A subgroup analysis comparing psychological approaches adopted in fully automated digital mental well-being interventions indicated a small significant effect of fully automated digital mindfulness-, ACT-, and compassion-based interventions on mental well-being in the general population, with most studies (7/19, 37%) adopting this psychological approach. The effectiveness of fully automated digital positive psychology and CBT-based approaches remains largely unknown. A potential explanation for this is the large focus of CBT-based interventions on symptom reduction rather than on mental well-being improvement [62]. Furthermore, positive psychology interventions have been criticized recently because of the limited ability of studies to replicate positive psychology results [63], potentially leading to fewer studies investigating positive psychology interventions.

Finally, although several studies (6/19, 32%) have adopted an integrative approach, we did not find an effect of fully automated digital integrative approaches on mental well-being in the general population. This contradicts previous meta-analytic findings that found a significant effect of multitheoretical interventions on mental well-being in the general population [7]. Nevertheless, previous meta-analysis also found a smaller effect for multitheoretical interventions compared with MBIs [7], indicating that these interventions might generally be less effective. This might explain why no effect of integrative approaches was found in fully automated digital interventions.


Several methodological limitations should be recognized; however, as they could have impacted the findings of this systematic review. First, the specific search terms adopted in this systematic review limit the findings. Although searches should aim to be as comprehensive as possible, it is necessary to balance sensitivity and specificity when conducting searches [64]. The specificity adopted in this systematic review may not have allowed the searches to be comprehensive, as the literature uses many different terms to describe fully automated digital mental well-being interventions. Second, the inclusion criteria in this systematic review are ambiguous and require judgement [64]. This subjectivity could lead to lower reproducibility of the findings and random errors and biases [65]. Finally, the review adopts an exclusive focus on mental well-being (which includes both subjective and psychological well-being). Although improving mental well-being could be considered the primary aim of digital mental well-being promotion [10], the exclusive focus on mental well-being does not allow the review to provide insights into indirect positive or negative intervention effects.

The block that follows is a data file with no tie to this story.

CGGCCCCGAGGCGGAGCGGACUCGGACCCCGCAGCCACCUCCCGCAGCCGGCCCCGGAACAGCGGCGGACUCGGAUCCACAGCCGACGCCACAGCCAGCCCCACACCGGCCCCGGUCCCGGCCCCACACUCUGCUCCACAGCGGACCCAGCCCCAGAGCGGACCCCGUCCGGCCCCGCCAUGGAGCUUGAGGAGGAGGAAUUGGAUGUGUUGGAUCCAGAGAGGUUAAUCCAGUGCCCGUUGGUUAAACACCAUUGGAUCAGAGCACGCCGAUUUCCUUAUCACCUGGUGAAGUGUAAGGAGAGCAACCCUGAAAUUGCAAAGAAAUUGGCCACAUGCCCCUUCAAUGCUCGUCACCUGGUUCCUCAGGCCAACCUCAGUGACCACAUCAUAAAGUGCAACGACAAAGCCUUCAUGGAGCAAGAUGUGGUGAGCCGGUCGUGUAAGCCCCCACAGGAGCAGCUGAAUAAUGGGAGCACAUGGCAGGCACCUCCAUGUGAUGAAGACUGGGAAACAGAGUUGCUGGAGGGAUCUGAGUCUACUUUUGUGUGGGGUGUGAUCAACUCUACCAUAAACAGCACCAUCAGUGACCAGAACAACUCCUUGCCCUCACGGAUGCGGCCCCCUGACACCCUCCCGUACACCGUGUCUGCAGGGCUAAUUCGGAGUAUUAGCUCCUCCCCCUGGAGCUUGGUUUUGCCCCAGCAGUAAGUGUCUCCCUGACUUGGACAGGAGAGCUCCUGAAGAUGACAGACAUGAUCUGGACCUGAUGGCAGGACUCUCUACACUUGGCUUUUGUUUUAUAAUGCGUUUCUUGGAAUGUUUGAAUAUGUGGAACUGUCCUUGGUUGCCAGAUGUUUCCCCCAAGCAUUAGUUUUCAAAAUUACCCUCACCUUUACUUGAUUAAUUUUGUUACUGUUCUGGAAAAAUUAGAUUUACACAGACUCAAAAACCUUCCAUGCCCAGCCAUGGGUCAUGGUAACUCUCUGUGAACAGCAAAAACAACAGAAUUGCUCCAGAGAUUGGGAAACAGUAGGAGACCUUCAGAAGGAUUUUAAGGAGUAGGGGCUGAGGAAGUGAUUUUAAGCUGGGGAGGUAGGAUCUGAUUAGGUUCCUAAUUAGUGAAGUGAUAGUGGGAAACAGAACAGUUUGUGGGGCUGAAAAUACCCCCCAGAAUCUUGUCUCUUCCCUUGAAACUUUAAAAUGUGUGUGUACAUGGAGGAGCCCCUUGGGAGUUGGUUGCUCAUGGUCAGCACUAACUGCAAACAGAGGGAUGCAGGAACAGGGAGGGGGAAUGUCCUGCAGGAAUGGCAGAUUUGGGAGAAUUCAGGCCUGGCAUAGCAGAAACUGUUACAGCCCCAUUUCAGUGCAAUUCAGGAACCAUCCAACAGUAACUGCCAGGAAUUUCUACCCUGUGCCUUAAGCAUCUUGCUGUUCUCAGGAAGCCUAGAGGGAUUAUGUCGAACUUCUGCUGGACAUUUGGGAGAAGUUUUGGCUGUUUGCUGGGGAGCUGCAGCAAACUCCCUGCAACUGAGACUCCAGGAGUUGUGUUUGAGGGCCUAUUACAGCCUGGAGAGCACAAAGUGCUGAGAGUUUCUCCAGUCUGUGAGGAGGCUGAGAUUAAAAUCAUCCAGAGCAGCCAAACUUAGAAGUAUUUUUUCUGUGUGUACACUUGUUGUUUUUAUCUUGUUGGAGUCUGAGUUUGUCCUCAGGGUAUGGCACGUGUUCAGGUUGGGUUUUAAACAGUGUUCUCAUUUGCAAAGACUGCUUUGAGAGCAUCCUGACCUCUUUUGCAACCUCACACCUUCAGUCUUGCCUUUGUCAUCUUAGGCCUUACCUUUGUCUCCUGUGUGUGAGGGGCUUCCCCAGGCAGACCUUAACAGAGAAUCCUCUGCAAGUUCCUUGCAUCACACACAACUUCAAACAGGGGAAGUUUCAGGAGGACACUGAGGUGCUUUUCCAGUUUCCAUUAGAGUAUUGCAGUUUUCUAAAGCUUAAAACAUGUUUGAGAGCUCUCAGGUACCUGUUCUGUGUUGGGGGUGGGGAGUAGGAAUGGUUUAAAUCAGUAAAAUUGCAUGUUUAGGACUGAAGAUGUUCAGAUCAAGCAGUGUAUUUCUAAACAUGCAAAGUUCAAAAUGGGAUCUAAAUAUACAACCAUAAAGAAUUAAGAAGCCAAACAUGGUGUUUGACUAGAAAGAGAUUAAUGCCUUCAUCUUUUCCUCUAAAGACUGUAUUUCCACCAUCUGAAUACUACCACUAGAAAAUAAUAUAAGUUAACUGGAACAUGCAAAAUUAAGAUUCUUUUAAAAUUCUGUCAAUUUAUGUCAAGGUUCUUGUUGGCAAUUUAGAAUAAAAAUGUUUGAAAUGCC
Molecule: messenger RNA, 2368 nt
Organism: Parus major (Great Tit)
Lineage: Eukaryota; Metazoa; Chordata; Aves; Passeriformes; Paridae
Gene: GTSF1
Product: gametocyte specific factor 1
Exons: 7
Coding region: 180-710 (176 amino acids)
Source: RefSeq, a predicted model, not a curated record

In addition to methodological limitations, we observed several limitations of the included studies that lowered confidence in the quality of evidence (Grading of Recommendations, Assessment, Development, and Evaluations). We saw a high RoB in the included studies because of the following reasons: (1) missing outcome data—although it is unknown what impact the dropout has on the overall effect (eg, underestimation or overestimation) as reasons for dropout remain largely unknown; (2) the effect of adherence—suboptimal adherence might lead to an underestimation of the effectiveness; and (3) measurement of the outcome—because of the use of self-report measures while participants are aware of their allocated intervention, potentially leading to overestimation of the effectiveness. In addition, we also found a lack of general high-quality research practice in studies. Several studies were underpowered, did not provide sufficient information regarding randomization, and did not preregister or contain a prespecified analysis plan.

Furthermore, we detected a publication bias of the studies included in the meta-analysis. This publication bias indicated that smaller studies with a larger random variation were largely missing, perhaps because they were less likely to be published.